In 1990, her most noted play about a Jewish family just prior to the Holocaust, #8, was selected as a finalist in Camel-Sea, optioned by off Off-Broadway StageArts, and was a finalist in the Eugene O'Neill National Playwright's Competition. Battlo's historical interests also are apparent with the play THE HOUSE ON SECOND STREET about the Lizzie Borden case. That piece was a finalist in the Forest-Shiras Competition (1988). In addition, Jean approached the history of a family even more familiar to her—her own. LIFE: A CELEBRATION (a play with music) chronicling the joys and struggles of an Italian immigrant couple and their family from 1920 to 1988, premiered to rave reviews from southern West Virginia audiences in 1999.
Her outdoor drama, “Terror of the Tug” will have its 11th season in the summer of 2010. An original film, "Smilin' Sid," was produced especially for this play by filmmaker Danny Boyd. The film has been in independent film festival festivals in addition to composing an integral part of the play. TERROR is currently under the exclusive control of McArts, McDowell County's community arts organization for which Ms. Battlo is artistic director. It was performed again in September 2002 in McArt's newly constructed outdoor amphitheater. It is expected to become an annual event.
Over the years Battlo's plays have been performed by such groups as the Southern Appalachian Repertory Theater in North Carolina, the Tennessee Stage Company, Company, Theatre West Virginia, among others. Her first mystery novel The Mahotep Synod was published in 2002 by McClain Printing Company.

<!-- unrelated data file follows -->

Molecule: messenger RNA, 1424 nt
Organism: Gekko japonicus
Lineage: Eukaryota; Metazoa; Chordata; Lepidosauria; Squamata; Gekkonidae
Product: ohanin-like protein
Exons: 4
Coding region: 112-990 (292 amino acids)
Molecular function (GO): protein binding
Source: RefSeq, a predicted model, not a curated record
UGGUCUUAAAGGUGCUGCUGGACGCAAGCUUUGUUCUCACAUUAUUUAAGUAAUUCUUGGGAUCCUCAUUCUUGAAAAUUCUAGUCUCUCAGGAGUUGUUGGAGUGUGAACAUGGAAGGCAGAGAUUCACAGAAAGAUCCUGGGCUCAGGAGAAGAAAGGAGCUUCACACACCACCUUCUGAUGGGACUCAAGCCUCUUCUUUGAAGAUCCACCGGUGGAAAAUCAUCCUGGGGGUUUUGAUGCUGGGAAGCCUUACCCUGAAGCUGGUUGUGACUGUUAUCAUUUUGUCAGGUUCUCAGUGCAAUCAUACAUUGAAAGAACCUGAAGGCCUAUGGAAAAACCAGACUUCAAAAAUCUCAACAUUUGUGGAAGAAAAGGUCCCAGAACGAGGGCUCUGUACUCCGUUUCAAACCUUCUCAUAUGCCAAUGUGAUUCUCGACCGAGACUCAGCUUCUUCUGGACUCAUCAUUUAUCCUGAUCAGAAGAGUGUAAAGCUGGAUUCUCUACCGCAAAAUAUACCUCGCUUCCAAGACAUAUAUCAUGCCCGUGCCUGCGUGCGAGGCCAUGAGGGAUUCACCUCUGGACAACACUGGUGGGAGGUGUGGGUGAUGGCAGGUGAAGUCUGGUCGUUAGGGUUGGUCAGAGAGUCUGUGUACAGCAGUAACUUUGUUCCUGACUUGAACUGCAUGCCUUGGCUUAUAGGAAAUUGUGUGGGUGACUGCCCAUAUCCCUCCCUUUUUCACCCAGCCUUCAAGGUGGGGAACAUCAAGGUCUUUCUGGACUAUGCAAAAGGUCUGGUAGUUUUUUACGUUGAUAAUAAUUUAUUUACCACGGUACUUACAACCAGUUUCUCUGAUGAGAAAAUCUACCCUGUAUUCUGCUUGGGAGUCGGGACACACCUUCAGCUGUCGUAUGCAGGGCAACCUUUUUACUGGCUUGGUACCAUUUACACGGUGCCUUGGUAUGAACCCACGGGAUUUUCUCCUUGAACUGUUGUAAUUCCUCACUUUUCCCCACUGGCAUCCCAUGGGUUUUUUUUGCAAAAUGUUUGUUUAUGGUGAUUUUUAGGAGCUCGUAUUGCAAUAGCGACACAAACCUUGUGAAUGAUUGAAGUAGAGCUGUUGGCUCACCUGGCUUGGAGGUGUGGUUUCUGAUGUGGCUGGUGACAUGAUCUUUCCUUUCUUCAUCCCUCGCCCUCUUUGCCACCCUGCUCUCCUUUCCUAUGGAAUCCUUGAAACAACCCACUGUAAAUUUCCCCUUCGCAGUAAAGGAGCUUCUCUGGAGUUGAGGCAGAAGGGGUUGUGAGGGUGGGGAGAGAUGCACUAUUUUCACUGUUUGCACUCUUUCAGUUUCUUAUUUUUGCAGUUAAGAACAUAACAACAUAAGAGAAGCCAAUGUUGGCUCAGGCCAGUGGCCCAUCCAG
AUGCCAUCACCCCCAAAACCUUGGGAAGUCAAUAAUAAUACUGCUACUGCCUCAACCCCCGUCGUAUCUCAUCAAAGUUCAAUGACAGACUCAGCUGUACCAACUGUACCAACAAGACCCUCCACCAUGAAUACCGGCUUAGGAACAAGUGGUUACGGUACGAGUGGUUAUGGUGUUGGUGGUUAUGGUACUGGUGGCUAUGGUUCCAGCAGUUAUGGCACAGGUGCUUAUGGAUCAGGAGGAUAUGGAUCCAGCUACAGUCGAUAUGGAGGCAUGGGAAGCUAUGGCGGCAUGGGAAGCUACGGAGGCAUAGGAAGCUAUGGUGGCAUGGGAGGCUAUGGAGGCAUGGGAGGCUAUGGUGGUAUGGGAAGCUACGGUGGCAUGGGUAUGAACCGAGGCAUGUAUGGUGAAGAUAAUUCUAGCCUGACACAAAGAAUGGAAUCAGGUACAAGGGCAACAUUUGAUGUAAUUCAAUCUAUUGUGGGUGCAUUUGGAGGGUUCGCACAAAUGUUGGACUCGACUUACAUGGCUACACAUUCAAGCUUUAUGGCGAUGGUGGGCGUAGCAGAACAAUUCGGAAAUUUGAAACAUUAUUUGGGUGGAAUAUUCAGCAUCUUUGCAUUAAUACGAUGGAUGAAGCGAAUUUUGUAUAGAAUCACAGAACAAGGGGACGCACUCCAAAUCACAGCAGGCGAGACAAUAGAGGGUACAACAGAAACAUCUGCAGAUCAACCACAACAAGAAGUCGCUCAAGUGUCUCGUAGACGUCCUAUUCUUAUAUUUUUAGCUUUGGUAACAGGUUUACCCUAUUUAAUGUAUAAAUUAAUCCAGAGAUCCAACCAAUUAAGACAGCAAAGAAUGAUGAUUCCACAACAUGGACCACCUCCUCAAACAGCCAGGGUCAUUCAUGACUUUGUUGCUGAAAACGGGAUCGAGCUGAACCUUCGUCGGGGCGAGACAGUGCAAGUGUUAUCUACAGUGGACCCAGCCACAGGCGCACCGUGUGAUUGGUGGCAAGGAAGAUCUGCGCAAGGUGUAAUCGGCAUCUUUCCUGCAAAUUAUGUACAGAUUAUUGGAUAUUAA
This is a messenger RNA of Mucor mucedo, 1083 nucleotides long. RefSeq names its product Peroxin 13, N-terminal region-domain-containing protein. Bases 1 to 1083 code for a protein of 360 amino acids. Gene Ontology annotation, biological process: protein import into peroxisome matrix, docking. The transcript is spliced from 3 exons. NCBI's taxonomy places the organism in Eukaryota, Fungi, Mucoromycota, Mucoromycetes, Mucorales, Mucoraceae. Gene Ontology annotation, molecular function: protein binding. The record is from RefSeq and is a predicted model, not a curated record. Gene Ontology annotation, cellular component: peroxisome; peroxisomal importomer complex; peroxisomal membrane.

Jean Battlo has a B.A. and M.A. from Marshall University with studies in history, dramatic arts, English literature and a minor in philosophy. She has 35 hours of classical studies at William and Mary College.
Coal Camp Creations
Coal Camp Creations is McArts most recent enterprise. At the suggestion of Cheryl Hartley, of Tamarack, in December, 2004, McArts, once again through the funding arrangements of Sen. John Pat Fanning, made inroads to start creating coal figurines. From the first talks with Ms Hartley, artistic director, Jean Battlo, discussed making this a new unique coal art company. Battlo discussed with Ms Hartley a new creative vision, trying to turn craft into an art form. The idea was first of all, to develop a coal camp story, with characters, coal objects, utensils, coal camp home items, etc, that would then be created as original pieces. Following meeting during the winter and spring, 2005 with McArts supporters and Rachel Lester, of McDowell County EDA, Battlo developed the first character and wrote the lyrical biography for Mac Dowell. In this tract, Battlo has included a summation of coal mining history in McDowell County from 1911-1931, including a list of the towns that developed, representative names of some miners who made their living in the region, as well as the list of coal mines.
McArts, a non-profit founded in 1979, for promoting arts and history in McDowell County.
The success mentioned, is related to the fact that McArts, once simply a community theater group, now comprises three broad areas of development that should eventuate in three separate administrative functioning entities, each doing business as McArts.
The broad umbrella of the vision remains the same:
Providing quality performances, outlets and activities to the citizens of the county
Attracting and providing the same for the projected tourists to our region.
If we call them and they come, they will want to be entertained.